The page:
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Ten Players We Want to See in the New XFL

The XFL is back-here are ten players we hope to see in actino when the league returns. 

The XFL is back.

WWE president Vince McMahon announced Thursday that the league will make a return in January 2020 after its previous attempt to rival the NFL lasted just one failed season in 2001.

The original XFL distinguished itself from the NFL by having less rules and more violence. This time around, despite McMahon's claim that the timing of this announcement has nothing to do with the NFL's struggles, the league by definition will aim for football fans who have been turned off by the NFL for a number of reasons. Some fans don't like that players protest racial injustice during the national anthem, so the XFL will require players to stand. Some are bothered by many of the players' spotty pasts, so any player with a criminal record will not be eligible. Some think the games are too long, so the XFL will shoot for two-hour contests. 

The logic here is that the NFL's very real ratings decline is not a function of football's declining popularity or new methods of consumption, it's because people are boycotting the NFL.

Whether that's true or not, we're just thankful for a new professional football league because more football teams means more opportunities for fringe or washed up players to put on the pads once again. Here are ten players we'd like to see back on the field when the XFL returns.

Johnny Manziel

McMahon said the league won't welcome any players with a criminal past, but we're gonna hold out hope given that Manziel has already (sort of) stated a desire to play.

Manziel is trying to make a comeback to football, and he's been rumored to be in negotiations with the CFL. But Money Manziel is way too hot for Canadian football. The XFL needs a star to serve as the face of the league: Johnny Football, meet XFL. XFL, meet Johnny Football. 

Tim Tebow

Tebow might be a little overstretched with his ESPN duties and that whole professional baseball thing, but we know Tebow truly belongs on a football field. Plus, if there's one guy who will most certainly stand for the national anthem, it's Tebow. 

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Tony Romo 

Romo's foray into broadcasting has been very well-received, and I'm not asking him to give that part of his life up. Instead, Romo should broadcast the games while he plays quarterback! "I'm rolling out to my right, I see the tight end open, aahhooooohhhhhaahhhhh bad throw on my part!"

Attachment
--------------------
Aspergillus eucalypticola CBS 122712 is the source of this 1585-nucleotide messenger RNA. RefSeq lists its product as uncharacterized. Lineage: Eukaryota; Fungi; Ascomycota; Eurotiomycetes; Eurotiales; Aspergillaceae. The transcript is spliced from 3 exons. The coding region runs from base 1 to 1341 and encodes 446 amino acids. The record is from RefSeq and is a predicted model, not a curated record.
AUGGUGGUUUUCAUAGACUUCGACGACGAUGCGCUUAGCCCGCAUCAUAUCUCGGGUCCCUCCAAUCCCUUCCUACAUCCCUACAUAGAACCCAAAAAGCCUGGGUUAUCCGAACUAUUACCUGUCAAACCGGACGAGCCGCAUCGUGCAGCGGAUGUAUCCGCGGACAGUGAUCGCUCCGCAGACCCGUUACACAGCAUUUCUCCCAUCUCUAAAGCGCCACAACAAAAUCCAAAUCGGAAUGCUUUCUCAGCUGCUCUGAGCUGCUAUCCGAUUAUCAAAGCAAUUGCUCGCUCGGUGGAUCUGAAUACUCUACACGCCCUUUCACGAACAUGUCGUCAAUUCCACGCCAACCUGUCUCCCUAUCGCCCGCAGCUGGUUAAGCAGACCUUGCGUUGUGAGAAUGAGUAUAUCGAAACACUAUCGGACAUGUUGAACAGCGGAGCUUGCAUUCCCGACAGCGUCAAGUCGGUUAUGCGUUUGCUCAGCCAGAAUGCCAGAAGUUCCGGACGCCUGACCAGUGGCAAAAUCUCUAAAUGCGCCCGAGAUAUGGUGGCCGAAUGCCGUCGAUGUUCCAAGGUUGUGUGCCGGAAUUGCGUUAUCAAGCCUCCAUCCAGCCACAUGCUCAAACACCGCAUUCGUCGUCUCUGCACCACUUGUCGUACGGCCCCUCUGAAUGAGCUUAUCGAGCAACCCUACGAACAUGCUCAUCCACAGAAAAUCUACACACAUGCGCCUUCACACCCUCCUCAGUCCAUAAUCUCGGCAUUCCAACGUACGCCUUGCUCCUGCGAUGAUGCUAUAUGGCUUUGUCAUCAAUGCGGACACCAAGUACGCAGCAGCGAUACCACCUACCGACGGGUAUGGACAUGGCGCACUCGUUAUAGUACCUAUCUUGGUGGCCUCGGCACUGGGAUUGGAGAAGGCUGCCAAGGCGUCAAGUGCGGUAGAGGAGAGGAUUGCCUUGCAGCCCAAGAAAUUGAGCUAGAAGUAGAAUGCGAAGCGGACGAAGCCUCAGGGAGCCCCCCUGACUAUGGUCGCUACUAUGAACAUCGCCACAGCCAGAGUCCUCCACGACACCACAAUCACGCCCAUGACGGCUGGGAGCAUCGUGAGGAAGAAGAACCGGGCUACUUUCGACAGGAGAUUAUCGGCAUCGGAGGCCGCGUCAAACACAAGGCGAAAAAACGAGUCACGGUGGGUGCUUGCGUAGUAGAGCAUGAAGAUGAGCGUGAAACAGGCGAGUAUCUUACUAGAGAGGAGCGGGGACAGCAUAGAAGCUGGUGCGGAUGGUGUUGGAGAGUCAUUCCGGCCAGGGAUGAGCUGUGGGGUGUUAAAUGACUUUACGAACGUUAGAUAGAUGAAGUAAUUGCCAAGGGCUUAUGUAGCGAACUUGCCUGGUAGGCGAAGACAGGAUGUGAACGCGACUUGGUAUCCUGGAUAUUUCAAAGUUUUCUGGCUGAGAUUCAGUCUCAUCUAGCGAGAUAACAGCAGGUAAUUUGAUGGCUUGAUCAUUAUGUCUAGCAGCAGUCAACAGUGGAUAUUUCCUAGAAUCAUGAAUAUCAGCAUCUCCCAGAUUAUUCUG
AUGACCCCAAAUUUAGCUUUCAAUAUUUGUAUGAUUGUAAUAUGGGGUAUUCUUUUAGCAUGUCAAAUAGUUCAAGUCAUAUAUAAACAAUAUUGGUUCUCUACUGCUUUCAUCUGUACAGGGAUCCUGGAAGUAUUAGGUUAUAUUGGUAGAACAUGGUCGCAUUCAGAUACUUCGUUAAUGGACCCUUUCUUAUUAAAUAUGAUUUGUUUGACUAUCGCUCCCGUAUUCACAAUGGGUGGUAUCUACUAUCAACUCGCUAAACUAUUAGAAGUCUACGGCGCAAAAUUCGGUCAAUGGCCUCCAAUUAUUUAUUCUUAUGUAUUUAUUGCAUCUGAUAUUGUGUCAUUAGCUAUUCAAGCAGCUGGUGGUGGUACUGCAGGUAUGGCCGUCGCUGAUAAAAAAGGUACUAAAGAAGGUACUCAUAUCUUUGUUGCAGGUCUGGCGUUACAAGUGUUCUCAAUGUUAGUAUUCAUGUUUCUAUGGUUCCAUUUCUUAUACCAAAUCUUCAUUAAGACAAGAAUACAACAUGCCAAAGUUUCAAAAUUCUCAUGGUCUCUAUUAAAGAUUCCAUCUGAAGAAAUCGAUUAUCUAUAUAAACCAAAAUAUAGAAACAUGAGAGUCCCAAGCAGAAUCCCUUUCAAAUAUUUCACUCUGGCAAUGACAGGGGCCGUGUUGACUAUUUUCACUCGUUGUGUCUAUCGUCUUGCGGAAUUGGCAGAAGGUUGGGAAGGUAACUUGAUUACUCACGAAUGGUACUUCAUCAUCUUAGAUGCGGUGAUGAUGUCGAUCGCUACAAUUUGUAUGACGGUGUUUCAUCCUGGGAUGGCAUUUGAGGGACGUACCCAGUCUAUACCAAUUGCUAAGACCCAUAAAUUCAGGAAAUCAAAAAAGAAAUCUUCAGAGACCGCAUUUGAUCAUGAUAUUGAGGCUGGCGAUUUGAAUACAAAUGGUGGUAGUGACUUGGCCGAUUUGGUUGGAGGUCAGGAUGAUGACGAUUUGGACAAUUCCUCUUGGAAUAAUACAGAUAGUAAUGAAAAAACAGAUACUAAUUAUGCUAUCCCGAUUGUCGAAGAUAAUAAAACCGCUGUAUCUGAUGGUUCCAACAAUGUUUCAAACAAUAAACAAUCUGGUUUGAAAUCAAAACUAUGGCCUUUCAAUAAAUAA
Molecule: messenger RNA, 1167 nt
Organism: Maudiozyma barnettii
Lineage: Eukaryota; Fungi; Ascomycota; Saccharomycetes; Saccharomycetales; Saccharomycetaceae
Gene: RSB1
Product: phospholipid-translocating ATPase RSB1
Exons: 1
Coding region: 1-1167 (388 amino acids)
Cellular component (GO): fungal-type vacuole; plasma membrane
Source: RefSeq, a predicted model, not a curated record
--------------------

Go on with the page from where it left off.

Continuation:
Terrell Owens

Despite being second all-time in touchdown receptions and third in receiving yards, T.O. isn't in the Hall of Fame because of his off-field antics, so he should stick it to the man by showing out in the XFL. He'll be 46 when the league launches, but he recently claimed he can still run a 4.4 second 40-yard dash at 43 years old, so that must be true. 

Vontaze Burfict

Sure, Burfict recently signed a deal that will pay him more than $10 million per season and yes, he's still an above average NFL linebacker. But the No Fun League just can't handle Burfict's hard-nosed style. He's been fined more than $2 million for being too mean on the field. Let's get him to the XFL, where can run wild and lead with his helmet all he likes. 

Roberto Aguayo

Everyone's favorite second-round pick.

Keenan Reynolds

Reynolds was an absolute stud in college, posting the most rushing yards ever for a college quarterback (4,559) and an NCAA Division I record 88 touchdowns. More importantly, he did all this in the uniform of the United States Naval Academy. Fans of the XFL will likely be the same people that think the NFL disrespects the military (despite its Salute to Service program), so the XFL should counter with a stud from the military. 

Owen Schmitt

Nothing says good old-fashioned football quite like smashing your own head open for no real reason. Let Schmitt demonstrate:

Braun Strowman

McMahon said that there will be no crossover between WWE talent and the football league, but this is a list of players we want to see. Strowman is an absolute beast of a man who is 6'8'' and 385 pounds of pure muscle. Imagine him as a pulling guard on a screen play. 

Colin Kaepernick

​This is assuming there's not a legitimate rule that bars teams from signing Kaepernick. He'd be booed harder than anyone's ever been booed before, and that certainly would be a sight to see.